The famous London hotel closed its doors in 2007 for what was considered a 'soft makeover'. That is until the Saudi prince spied an opportunity of a lifetime
Until the Saudi joint owner of one of the world's most famous hotels saw a mock-up showing its plans for refurbishment, the work fell into the "soft makeover" category.
Prince Alwaleed bin Talal bin Abdulaziz Al Saud immediately saw scope for a far grander transformation of the Savoy, a riverside palace steeped in London history and graced by royalty, statesmen and stars. To aim lower, he declared, would be to "miss the opportunity of a lifetime".
Now, the magnitude of the project ultimately undertaken at the prince's behest can be seen as a reflection of the growing influence of Middle-Eastern wealth on great British landmarks.
It is not just this luxurious hotel with its tranquil setting a few paces from the bustle of the Strand: from football to shipping, upmarket shopping to banks, Gulf investment is making a lasting impact.
When the Savoy closed in December 2007, few could have guessed it would remain shut for almost three years.
But in place of improvements once estimated at £27 million (Dh160.3m), the 1889-built hotel - a legacy of the fortune made by the impresario Richard D'Oyly Carte from his Gilbert and Sullivan operas - underwent what the management calls "gigantic" renovation.
By the time the Savoy reopened three months ago, the original timetable had doubled in length and the cost had soared, first to Dh600m and finally to Dh1.3 billion.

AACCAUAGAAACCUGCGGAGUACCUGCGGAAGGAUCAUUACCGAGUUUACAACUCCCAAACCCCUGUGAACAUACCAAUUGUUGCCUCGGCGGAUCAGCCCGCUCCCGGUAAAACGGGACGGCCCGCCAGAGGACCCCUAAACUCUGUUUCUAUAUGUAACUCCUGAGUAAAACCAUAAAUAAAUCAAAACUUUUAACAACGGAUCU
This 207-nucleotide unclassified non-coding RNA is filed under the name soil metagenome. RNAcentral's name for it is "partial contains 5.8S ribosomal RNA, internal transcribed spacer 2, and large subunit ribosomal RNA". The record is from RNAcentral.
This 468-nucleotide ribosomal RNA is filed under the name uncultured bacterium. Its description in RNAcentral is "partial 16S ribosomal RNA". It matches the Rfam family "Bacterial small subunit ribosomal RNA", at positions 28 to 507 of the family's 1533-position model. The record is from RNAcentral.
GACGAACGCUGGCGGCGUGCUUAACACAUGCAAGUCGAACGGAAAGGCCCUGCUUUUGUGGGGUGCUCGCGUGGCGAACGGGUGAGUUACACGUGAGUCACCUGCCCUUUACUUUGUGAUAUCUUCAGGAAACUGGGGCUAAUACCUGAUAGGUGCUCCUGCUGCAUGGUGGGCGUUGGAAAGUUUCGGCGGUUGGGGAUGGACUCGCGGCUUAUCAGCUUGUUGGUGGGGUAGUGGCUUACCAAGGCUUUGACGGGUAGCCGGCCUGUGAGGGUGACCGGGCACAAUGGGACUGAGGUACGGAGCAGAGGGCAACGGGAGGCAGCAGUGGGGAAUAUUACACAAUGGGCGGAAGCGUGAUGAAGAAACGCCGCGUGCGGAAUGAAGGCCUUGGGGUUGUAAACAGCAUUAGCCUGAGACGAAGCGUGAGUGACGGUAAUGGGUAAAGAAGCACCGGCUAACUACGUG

"The hotel closed on a rising ride of economic optimism which, in the blink of an eye, turned - if not to a depression - then to one of the most aggressive of recessions," says Kiaran Macdonald, the general manager. He believes the Savoy, managed by the Toronto-based Fairmont Hotel and Resorts, was "sincerely blessed" to have such an imaginative, resourceful and financially able supporter.
"What Prince Alwaleed has demonstrated," he says, "has been not only tremendous support for the restoration of the Savoy but complete understanding of the iconic status of this hotel in the history of London and the eyes of its market."
Charles Hollis, the director general of the London-based Middle East Association, considers the flow of investment money into the UK a "good thing" because Gulf states with excess cash flow are looking for long-term value rather than quick profits.
The association is generally more concerned with exports, but also recognises the benefits to British companies of large-scale inward investment.
Citing Abu Dhabi property acquisitions in Mayfair, especially Berkeley Square, he says: "On the whole, the Arab investors tend to be responsible owners.
"Berkeley Square is phenomenally well managed by people who are really quite determined to ensure that the properties are not allowed to go to rack and ruin."
Back at the Savoy, an obvious question presents itself: what did Prince Alwaleed and his co-owner, the Lloyds Banking Group, get for their money?
A lot of the improvements, though essential, will be invisible to guests. But there is also extra glitz and style throughout the hotel, from a Lalique crystal fountain at the entrance and gold-leaf lining of the new Beaufort Bar's booths to lavish upgrades, mixing art deco and Edwardian elegance, of the 284 rooms. Work on the fifth-floor Royal Suite alone cost almost Dh15m; do not expect change from Dh60,000 for a single night's stay.
Early response is encouraging, with bookings just for afternoon tea in the Thames Foyer stretching months ahead.
"The proof of the pudding will be in the coming two years after the dust settles," says Mr Macdonald. "But the fact is that without the passion, personal interest and financial validation of the prince, it would not have happened at all."